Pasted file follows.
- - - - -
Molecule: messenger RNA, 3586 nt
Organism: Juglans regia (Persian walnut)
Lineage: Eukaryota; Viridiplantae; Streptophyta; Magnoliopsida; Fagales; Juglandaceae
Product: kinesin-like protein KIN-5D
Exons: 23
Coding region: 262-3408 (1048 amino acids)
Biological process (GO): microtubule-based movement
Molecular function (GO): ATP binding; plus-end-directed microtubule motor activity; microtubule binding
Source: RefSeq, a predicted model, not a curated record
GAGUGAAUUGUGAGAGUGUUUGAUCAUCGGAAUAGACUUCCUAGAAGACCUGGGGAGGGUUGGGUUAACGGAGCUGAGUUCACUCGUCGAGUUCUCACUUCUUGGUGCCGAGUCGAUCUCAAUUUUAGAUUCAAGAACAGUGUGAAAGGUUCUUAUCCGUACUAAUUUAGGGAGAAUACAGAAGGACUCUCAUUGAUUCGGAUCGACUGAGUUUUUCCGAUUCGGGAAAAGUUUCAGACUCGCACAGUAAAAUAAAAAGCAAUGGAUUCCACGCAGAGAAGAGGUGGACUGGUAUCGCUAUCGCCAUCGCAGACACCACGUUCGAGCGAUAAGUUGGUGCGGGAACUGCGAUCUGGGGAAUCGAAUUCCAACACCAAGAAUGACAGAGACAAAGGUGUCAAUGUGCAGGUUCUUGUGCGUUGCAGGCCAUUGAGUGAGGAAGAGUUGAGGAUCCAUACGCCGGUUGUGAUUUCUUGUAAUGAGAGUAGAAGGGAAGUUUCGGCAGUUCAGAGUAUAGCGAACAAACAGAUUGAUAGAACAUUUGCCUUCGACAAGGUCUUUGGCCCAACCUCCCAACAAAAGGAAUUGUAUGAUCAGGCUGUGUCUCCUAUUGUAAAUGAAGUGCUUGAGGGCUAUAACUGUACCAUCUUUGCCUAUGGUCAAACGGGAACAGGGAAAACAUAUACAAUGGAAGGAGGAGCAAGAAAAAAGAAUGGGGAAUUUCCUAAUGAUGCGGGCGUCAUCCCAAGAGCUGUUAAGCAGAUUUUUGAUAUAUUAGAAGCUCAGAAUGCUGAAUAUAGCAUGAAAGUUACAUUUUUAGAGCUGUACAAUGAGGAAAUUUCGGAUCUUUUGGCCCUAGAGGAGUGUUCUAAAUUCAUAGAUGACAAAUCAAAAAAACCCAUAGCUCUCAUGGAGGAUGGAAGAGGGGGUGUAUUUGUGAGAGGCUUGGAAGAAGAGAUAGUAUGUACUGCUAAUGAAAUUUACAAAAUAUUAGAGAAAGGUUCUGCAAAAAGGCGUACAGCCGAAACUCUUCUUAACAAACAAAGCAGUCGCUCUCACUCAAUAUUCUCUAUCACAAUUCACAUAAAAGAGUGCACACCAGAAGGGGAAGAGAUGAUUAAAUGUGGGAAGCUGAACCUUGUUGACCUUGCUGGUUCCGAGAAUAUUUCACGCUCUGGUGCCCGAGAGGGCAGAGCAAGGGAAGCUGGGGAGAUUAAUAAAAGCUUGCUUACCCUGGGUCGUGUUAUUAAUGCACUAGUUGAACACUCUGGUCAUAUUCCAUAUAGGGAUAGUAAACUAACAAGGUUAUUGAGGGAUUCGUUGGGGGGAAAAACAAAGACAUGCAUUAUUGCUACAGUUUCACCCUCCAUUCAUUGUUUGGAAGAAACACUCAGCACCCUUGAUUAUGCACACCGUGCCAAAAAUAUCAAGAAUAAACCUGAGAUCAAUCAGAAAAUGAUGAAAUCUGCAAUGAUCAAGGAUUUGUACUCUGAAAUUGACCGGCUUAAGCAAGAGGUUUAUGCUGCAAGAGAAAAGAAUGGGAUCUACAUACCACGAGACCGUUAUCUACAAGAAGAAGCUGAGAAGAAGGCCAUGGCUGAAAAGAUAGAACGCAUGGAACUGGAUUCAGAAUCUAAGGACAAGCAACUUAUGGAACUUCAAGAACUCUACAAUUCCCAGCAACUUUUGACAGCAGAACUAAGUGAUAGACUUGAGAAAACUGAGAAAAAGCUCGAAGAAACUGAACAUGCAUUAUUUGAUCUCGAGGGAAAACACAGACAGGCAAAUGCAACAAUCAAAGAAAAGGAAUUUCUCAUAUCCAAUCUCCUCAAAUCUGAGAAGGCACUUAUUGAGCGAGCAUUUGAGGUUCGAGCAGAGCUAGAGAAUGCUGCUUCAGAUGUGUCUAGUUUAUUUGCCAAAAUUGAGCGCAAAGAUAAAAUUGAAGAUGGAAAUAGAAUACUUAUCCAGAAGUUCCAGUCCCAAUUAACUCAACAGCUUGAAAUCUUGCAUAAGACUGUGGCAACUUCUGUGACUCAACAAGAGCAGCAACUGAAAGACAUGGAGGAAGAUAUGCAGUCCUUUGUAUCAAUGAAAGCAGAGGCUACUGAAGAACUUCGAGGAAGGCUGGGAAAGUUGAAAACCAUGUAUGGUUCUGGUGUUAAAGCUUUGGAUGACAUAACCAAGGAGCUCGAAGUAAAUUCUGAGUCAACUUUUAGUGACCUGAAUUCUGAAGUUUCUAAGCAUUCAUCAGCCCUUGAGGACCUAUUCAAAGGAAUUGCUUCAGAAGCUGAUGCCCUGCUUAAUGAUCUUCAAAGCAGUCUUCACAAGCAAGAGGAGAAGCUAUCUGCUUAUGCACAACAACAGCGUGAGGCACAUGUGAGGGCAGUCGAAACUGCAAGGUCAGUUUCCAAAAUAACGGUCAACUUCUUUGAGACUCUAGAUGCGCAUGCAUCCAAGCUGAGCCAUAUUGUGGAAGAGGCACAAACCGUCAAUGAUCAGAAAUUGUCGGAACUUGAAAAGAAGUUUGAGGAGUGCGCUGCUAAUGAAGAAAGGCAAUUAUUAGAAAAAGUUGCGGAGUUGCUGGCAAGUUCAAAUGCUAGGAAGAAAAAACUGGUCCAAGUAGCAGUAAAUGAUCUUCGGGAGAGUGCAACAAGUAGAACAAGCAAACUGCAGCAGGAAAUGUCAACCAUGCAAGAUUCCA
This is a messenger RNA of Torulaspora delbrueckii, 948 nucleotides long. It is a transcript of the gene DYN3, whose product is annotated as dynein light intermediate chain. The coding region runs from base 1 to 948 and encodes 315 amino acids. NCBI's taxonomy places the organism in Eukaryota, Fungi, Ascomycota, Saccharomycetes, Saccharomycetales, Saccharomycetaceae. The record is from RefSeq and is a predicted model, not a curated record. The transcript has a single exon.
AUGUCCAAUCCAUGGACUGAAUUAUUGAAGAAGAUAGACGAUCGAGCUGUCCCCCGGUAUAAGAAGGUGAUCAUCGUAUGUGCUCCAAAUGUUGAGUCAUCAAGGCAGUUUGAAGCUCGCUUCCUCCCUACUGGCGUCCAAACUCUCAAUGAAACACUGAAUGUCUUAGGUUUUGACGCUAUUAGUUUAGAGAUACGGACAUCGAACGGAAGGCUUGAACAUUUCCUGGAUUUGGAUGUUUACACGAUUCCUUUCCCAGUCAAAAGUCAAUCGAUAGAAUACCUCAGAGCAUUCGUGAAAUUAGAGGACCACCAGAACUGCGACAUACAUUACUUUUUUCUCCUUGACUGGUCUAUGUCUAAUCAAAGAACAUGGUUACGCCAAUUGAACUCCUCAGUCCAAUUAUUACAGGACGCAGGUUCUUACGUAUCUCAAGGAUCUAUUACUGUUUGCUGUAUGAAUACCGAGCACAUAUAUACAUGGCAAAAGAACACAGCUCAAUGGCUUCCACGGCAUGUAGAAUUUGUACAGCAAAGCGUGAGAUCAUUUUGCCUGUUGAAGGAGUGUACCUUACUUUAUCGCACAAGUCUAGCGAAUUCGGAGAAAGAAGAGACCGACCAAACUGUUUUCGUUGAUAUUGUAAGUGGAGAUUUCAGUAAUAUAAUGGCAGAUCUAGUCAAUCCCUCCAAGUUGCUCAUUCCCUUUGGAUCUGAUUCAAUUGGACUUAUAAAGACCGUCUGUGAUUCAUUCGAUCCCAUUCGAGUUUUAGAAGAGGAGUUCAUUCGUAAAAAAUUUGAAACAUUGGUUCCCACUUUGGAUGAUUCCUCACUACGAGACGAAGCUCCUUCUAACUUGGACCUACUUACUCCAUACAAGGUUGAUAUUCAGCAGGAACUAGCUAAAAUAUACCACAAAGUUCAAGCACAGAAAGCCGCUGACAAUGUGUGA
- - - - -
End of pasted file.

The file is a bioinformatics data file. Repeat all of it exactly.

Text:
Molecule: messenger RNA, 3586 nt
Organism: Juglans regia (Persian walnut)
Lineage: Eukaryota; Viridiplantae; Streptophyta; Magnoliopsida; Fagales; Juglandaceae
Product: kinesin-like protein KIN-5D
Exons: 23
Coding region: 262-3408 (1048 amino acids)
Biological process (GO): microtubule-based movement
Molecular function (GO): ATP binding; plus-end-directed microtubule motor activity; microtubule binding
Source: RefSeq, a predicted model, not a curated record
GAGUGAAUUGUGAGAGUGUUUGAUCAUCGGAAUAGACUUCCUAGAAGACCUGGGGAGGGUUGGGUUAACGGAGCUGAGUUCACUCGUCGAGUUCUCACUUCUUGGUGCCGAGUCGAUCUCAAUUUUAGAUUCAAGAACAGUGUGAAAGGUUCUUAUCCGUACUAAUUUAGGGAGAAUACAGAAGGACUCUCAUUGAUUCGGAUCGACUGAGUUUUUCCGAUUCGGGAAAAGUUUCAGACUCGCACAGUAAAAUAAAAAGCAAUGGAUUCCACGCAGAGAAGAGGUGGACUGGUAUCGCUAUCGCCAUCGCAGACACCACGUUCGAGCGAUAAGUUGGUGCGGGAACUGCGAUCUGGGGAAUCGAAUUCCAACACCAAGAAUGACAGAGACAAAGGUGUCAAUGUGCAGGUUCUUGUGCGUUGCAGGCCAUUGAGUGAGGAAGAGUUGAGGAUCCAUACGCCGGUUGUGAUUUCUUGUAAUGAGAGUAGAAGGGAAGUUUCGGCAGUUCAGAGUAUAGCGAACAAACAGAUUGAUAGAACAUUUGCCUUCGACAAGGUCUUUGGCCCAACCUCCCAACAAAAGGAAUUGUAUGAUCAGGCUGUGUCUCCUAUUGUAAAUGAAGUGCUUGAGGGCUAUAACUGUACCAUCUUUGCCUAUGGUCAAACGGGAACAGGGAAAACAUAUACAAUGGAAGGAGGAGCAAGAAAAAAGAAUGGGGAAUUUCCUAAUGAUGCGGGCGUCAUCCCAAGAGCUGUUAAGCAGAUUUUUGAUAUAUUAGAAGCUCAGAAUGCUGAAUAUAGCAUGAAAGUUACAUUUUUAGAGCUGUACAAUGAGGAAAUUUCGGAUCUUUUGGCCCUAGAGGAGUGUUCUAAAUUCAUAGAUGACAAAUCAAAAAAACCCAUAGCUCUCAUGGAGGAUGGAAGAGGGGGUGUAUUUGUGAGAGGCUUGGAAGAAGAGAUAGUAUGUACUGCUAAUGAAAUUUACAAAAUAUUAGAGAAAGGUUCUGCAAAAAGGCGUACAGCCGAAACUCUUCUUAACAAACAAAGCAGUCGCUCUCACUCAAUAUUCUCUAUCACAAUUCACAUAAAAGAGUGCACACCAGAAGGGGAAGAGAUGAUUAAAUGUGGGAAGCUGAACCUUGUUGACCUUGCUGGUUCCGAGAAUAUUUCACGCUCUGGUGCCCGAGAGGGCAGAGCAAGGGAAGCUGGGGAGAUUAAUAAAAGCUUGCUUACCCUGGGUCGUGUUAUUAAUGCACUAGUUGAACACUCUGGUCAUAUUCCAUAUAGGGAUAGUAAACUAACAAGGUUAUUGAGGGAUUCGUUGGGGGGAAAAACAAAGACAUGCAUUAUUGCUACAGUUUCACCCUCCAUUCAUUGUUUGGAAGAAACACUCAGCACCCUUGAUUAUGCACACCGUGCCAAAAAUAUCAAGAAUAAACCUGAGAUCAAUCAGAAAAUGAUGAAAUCUGCAAUGAUCAAGGAUUUGUACUCUGAAAUUGACCGGCUUAAGCAAGAGGUUUAUGCUGCAAGAGAAAAGAAUGGGAUCUACAUACCACGAGACCGUUAUCUACAAGAAGAAGCUGAGAAGAAGGCCAUGGCUGAAAAGAUAGAACGCAUGGAACUGGAUUCAGAAUCUAAGGACAAGCAACUUAUGGAACUUCAAGAACUCUACAAUUCCCAGCAACUUUUGACAGCAGAACUAAGUGAUAGACUUGAGAAAACUGAGAAAAAGCUCGAAGAAACUGAACAUGCAUUAUUUGAUCUCGAGGGAAAACACAGACAGGCAAAUGCAACAAUCAAAGAAAAGGAAUUUCUCAUAUCCAAUCUCCUCAAAUCUGAGAAGGCACUUAUUGAGCGAGCAUUUGAGGUUCGAGCAGAGCUAGAGAAUGCUGCUUCAGAUGUGUCUAGUUUAUUUGCCAAAAUUGAGCGCAAAGAUAAAAUUGAAGAUGGAAAUAGAAUACUUAUCCAGAAGUUCCAGUCCCAAUUAACUCAACAGCUUGAAAUCUUGCAUAAGACUGUGGCAACUUCUGUGACUCAACAAGAGCAGCAACUGAAAGACAUGGAGGAAGAUAUGCAGUCCUUUGUAUCAAUGAAAGCAGAGGCUACUGAAGAACUUCGAGGAAGGCUGGGAAAGUUGAAAACCAUGUAUGGUUCUGGUGUUAAAGCUUUGGAUGACAUAACCAAGGAGCUCGAAGUAAAUUCUGAGUCAACUUUUAGUGACCUGAAUUCUGAAGUUUCUAAGCAUUCAUCAGCCCUUGAGGACCUAUUCAAAGGAAUUGCUUCAGAAGCUGAUGCCCUGCUUAAUGAUCUUCAAAGCAGUCUUCACAAGCAAGAGGAGAAGCUAUCUGCUUAUGCACAACAACAGCGUGAGGCACAUGUGAGGGCAGUCGAAACUGCAAGGUCAGUUUCCAAAAUAACGGUCAACUUCUUUGAGACUCUAGAUGCGCAUGCAUCCAAGCUGAGCCAUAUUGUGGAAGAGGCACAAACCGUCAAUGAUCAGAAAUUGUCGGAACUUGAAAAGAAGUUUGAGGAGUGCGCUGCUAAUGAAGAAAGGCAAUUAUUAGAAAAAGUUGCGGAGUUGCUGGCAAGUUCAAAUGCUAGGAAGAAAAAACUGGUCCAAGUAGCAGUAAAUGAUCUUCGGGAGAGUGCAACAAGUAGAACAAGCAAACUGCAGCAGGAAAUGUCAACCAUGCAAGAUUCCA
This is a messenger RNA of Torulaspora delbrueckii, 948 nucleotides long. It is a transcript of the gene DYN3, whose product is annotated as dynein light intermediate chain. The coding region runs from base 1 to 948 and encodes 315 amino acids. NCBI's taxonomy places the organism in Eukaryota, Fungi, Ascomycota, Saccharomycetes, Saccharomycetales, Saccharomycetaceae. The record is from RefSeq and is a predicted model, not a curated record. The transcript has a single exon.
AUGUCCAAUCCAUGGACUGAAUUAUUGAAGAAGAUAGACGAUCGAGCUGUCCCCCGGUAUAAGAAGGUGAUCAUCGUAUGUGCUCCAAAUGUUGAGUCAUCAAGGCAGUUUGAAGCUCGCUUCCUCCCUACUGGCGUCCAAACUCUCAAUGAAACACUGAAUGUCUUAGGUUUUGACGCUAUUAGUUUAGAGAUACGGACAUCGAACGGAAGGCUUGAACAUUUCCUGGAUUUGGAUGUUUACACGAUUCCUUUCCCAGUCAAAAGUCAAUCGAUAGAAUACCUCAGAGCAUUCGUGAAAUUAGAGGACCACCAGAACUGCGACAUACAUUACUUUUUUCUCCUUGACUGGUCUAUGUCUAAUCAAAGAACAUGGUUACGCCAAUUGAACUCCUCAGUCCAAUUAUUACAGGACGCAGGUUCUUACGUAUCUCAAGGAUCUAUUACUGUUUGCUGUAUGAAUACCGAGCACAUAUAUACAUGGCAAAAGAACACAGCUCAAUGGCUUCCACGGCAUGUAGAAUUUGUACAGCAAAGCGUGAGAUCAUUUUGCCUGUUGAAGGAGUGUACCUUACUUUAUCGCACAAGUCUAGCGAAUUCGGAGAAAGAAGAGACCGACCAAACUGUUUUCGUUGAUAUUGUAAGUGGAGAUUUCAGUAAUAUAAUGGCAGAUCUAGUCAAUCCCUCCAAGUUGCUCAUUCCCUUUGGAUCUGAUUCAAUUGGACUUAUAAAGACCGUCUGUGAUUCAUUCGAUCCCAUUCGAGUUUUAGAAGAGGAGUUCAUUCGUAAAAAAUUUGAAACAUUGGUUCCCACUUUGGAUGAUUCCUCACUACGAGACGAAGCUCCUUCUAACUUGGACCUACUUACUCCAUACAAGGUUGAUAUUCAGCAGGAACUAGCUAAAAUAUACCACAAAGUUCAAGCACAGAAAGCCGCUGACAAUGUGUGA